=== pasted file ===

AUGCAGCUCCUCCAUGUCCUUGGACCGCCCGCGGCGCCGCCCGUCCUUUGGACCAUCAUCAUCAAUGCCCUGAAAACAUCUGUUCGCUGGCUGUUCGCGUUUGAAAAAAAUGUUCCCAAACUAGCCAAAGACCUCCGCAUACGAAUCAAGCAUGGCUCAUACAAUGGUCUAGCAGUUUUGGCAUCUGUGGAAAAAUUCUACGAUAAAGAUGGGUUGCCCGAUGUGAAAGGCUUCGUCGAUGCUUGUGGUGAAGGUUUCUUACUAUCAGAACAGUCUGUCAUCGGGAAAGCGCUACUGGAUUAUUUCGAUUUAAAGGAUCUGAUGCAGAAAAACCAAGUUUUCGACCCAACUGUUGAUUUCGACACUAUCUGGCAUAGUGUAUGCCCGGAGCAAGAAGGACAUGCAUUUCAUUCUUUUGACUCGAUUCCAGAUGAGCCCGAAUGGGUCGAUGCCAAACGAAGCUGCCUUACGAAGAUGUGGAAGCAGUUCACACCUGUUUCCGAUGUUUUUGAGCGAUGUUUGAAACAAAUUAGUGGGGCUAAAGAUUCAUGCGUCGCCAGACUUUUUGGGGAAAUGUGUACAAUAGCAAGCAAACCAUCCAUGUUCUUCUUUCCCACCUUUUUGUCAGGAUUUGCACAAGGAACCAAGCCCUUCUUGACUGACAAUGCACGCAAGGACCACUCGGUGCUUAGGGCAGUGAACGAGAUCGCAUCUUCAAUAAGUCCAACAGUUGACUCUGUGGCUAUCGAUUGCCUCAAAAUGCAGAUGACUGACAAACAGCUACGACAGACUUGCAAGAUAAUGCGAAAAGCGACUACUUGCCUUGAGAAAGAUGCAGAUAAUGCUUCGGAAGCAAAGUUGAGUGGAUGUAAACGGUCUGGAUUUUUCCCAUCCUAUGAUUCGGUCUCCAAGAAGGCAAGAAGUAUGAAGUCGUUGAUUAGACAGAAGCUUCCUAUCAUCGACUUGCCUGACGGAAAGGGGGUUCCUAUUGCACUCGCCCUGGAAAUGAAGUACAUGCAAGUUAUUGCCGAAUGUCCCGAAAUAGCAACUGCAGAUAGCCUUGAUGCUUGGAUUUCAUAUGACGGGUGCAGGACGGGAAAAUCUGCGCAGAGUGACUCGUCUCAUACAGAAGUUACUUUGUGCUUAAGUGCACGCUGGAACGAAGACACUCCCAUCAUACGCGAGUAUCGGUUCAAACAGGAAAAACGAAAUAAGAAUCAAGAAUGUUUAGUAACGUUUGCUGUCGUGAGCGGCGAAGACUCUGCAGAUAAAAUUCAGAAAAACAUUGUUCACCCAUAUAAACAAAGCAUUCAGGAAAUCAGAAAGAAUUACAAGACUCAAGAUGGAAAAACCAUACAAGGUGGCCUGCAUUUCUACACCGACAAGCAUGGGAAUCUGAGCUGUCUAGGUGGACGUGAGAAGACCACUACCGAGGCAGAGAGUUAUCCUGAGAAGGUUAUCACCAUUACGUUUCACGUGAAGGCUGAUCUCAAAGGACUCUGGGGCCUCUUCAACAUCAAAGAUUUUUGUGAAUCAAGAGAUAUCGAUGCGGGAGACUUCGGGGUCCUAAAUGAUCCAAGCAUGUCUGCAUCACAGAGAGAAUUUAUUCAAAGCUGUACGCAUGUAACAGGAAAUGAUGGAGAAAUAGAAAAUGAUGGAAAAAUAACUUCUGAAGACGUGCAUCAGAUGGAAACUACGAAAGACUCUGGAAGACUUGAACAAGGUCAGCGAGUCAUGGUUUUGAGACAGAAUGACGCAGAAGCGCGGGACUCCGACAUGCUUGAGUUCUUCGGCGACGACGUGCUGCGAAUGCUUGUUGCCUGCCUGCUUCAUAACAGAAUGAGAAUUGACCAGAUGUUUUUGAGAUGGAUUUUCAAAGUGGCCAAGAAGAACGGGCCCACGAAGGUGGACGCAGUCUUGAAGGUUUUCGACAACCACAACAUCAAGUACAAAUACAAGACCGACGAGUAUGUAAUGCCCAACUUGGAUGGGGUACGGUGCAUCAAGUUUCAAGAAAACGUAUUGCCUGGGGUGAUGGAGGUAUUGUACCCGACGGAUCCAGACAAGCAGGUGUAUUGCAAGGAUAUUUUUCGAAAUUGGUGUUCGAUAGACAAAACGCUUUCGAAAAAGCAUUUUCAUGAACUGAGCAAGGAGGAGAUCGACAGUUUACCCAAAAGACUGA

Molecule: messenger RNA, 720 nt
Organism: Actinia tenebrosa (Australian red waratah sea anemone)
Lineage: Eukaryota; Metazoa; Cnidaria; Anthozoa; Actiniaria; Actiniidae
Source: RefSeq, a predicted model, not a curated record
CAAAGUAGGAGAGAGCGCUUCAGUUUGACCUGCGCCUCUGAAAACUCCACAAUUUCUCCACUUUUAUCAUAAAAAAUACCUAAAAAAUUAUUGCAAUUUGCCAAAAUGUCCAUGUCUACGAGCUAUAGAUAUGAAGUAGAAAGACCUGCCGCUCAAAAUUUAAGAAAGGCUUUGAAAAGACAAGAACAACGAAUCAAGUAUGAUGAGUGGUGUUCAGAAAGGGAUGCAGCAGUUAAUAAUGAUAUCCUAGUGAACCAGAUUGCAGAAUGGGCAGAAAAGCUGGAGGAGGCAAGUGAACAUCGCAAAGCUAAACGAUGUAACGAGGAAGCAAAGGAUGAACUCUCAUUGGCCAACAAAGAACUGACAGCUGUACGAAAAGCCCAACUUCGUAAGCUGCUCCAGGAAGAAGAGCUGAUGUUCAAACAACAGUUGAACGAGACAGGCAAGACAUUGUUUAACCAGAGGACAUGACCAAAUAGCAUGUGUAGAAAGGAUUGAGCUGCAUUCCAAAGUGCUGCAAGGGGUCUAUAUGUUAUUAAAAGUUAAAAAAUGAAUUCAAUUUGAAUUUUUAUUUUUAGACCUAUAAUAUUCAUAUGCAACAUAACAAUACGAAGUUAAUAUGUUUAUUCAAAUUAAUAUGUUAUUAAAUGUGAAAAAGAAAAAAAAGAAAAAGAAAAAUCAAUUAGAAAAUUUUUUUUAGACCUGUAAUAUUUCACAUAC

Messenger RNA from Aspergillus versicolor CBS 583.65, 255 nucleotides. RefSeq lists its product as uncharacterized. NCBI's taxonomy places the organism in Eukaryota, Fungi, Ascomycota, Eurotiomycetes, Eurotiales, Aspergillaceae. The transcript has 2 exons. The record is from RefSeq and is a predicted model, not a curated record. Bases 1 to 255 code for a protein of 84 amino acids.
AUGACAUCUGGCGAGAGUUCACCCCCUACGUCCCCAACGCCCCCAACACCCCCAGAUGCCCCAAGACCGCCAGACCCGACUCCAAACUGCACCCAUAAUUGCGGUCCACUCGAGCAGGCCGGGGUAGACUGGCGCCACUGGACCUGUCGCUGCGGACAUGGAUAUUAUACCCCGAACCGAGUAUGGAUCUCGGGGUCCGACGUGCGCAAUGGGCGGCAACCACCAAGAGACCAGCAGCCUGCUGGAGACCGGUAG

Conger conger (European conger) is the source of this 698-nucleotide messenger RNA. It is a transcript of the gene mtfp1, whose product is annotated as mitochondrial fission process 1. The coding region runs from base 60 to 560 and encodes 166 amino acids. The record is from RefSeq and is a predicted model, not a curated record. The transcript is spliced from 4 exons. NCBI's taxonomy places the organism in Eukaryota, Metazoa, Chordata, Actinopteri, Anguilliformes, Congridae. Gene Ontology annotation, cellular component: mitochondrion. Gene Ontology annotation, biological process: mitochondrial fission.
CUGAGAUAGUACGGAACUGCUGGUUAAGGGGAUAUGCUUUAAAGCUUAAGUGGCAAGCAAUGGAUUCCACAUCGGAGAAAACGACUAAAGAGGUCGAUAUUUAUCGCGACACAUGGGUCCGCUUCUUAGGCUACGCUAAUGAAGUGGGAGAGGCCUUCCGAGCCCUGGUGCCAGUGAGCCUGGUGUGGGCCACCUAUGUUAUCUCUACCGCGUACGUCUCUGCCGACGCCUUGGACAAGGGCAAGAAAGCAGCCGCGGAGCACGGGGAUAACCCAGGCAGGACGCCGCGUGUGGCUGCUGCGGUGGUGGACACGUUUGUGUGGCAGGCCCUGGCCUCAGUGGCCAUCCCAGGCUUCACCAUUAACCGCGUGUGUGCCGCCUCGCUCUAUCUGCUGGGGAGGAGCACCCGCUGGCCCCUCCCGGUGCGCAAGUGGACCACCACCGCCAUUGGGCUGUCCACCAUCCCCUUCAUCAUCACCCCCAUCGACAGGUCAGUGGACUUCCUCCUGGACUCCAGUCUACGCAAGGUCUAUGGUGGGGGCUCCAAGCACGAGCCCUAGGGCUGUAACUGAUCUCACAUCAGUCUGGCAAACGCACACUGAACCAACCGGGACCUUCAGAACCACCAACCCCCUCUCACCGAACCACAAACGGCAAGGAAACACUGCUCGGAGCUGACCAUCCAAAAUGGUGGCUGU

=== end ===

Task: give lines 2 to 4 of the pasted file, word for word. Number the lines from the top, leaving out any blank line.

Molecule: messenger RNA, 720 nt
Organism: Actinia tenebrosa (Australian red waratah sea anemone)
Lineage: Eukaryota; Metazoa; Cnidaria; Anthozoa; Actiniaria; Actiniidae